For example, on display in the blue room of the John J. and Angeline Pruis Gallery by the elevator, you will see a series of decorative tiles. One appears as a starfish, another of birds, one with eyes, a sun, and guitars — the artwork on these glazed tiles were designed by Salvador Dalí.

Salvador Dalí was commissioned by Maurice Duchin Inc. to design a series of tile images for production. Dalí reused themes from various paintings as he created his designs.

Dalí’s tile designs told a story. But Dali’s are not the only decorative tiles that can be found in the museum.

If you venture into the Frank and Rosemary Ball Gallery, the Edmund F. Petty Gallery, or the Margaret Ball Petty Corridor by Recital Hall, you will see some decorative wall tiles! American artist and educator Emest A. Batchelder designed these glazed tiles during the construction between 1924 and 1935.

These individual tiles depict Medieval and European Renaissance subjects, including birds, other animals, sailboats, and historical figures. Figures such as helmeted soldiers and graceful peacocks grace these relief tiles.

Somewhat surprisingly, many people ask about these tiles. It took me a while before I noticed them or regarded them as more than decoration. However, they can tell a story of their own.

So what do these tiles of Beneficence tell us?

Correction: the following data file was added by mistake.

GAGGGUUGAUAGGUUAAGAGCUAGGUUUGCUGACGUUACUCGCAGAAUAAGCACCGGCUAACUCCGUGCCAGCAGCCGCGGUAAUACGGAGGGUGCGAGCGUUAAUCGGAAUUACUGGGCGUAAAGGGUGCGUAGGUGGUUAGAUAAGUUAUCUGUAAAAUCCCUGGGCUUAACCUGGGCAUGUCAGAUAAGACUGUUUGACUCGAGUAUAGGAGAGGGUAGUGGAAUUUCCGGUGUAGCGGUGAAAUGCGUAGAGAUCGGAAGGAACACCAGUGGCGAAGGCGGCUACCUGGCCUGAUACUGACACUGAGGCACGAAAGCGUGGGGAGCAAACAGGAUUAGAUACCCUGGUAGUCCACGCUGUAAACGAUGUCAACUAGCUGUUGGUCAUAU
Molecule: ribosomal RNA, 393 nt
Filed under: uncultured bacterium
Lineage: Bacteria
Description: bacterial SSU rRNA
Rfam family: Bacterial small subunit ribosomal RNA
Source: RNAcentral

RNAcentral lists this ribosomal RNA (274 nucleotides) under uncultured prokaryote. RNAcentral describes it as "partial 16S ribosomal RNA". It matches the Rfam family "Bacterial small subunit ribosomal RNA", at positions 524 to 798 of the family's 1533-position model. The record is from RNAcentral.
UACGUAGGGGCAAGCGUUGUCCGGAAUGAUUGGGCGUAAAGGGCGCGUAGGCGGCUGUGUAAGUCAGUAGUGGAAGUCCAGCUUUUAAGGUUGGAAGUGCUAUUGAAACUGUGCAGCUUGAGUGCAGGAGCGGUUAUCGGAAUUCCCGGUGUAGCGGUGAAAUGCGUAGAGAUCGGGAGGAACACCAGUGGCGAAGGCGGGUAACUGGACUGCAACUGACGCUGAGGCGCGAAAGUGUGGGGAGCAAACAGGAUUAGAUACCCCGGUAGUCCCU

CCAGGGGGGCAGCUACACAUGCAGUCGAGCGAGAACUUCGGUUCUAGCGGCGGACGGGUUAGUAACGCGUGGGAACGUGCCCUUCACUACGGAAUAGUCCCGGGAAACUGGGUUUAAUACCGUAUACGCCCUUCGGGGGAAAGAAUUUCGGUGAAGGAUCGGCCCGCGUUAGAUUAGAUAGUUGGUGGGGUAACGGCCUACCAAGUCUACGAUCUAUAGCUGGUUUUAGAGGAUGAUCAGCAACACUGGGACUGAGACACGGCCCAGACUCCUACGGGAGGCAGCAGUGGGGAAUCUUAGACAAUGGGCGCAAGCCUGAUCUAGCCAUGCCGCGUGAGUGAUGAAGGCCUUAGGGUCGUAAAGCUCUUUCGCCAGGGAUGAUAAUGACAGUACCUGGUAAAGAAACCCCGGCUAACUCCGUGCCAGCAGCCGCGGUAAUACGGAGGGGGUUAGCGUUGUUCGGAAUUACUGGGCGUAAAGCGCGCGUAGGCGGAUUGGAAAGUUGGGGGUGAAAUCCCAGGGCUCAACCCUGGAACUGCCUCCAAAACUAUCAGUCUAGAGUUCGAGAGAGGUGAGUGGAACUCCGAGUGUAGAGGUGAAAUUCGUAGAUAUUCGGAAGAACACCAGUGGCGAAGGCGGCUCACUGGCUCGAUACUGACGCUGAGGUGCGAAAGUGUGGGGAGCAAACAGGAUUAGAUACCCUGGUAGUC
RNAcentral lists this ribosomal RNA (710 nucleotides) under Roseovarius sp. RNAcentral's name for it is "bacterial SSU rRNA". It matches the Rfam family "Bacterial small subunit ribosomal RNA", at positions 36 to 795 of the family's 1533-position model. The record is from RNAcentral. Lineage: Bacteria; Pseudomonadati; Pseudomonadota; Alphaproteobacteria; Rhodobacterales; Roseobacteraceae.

She is a beloved symbol of our Ball State University, and a shining icon of our proud past and the bright future!

The new tile-mural shows the views of the artists as they thought of Beneficence, and how they should portray her. Everything from the color to the angle and the season shown depicts the story of Beneficence and what she means to the campus.

Tuesday, June 25th was the final day for people to cast their votes on where they believed Beneficence would best be placed. Exactly one month later on Thursday, July 25th, President Mearns sent another email announcing the forever home of the Beneficence Mural.

The mural will be installed in the first floor of the Art and Journalism Building (AJ), between the south entrance and The Atrium food court. AJ—also home to Ball State’s bookstore, an art gallery, and multiple academic programs—is a high-traffic area that will result in maximum exposure for the Beneficence Mural. Here, it can be admired by all. Over the course of the next few weeks, staff members will be installing the mural in its new home.

Connecting Through Art

By: Faleece Childress, Education Intern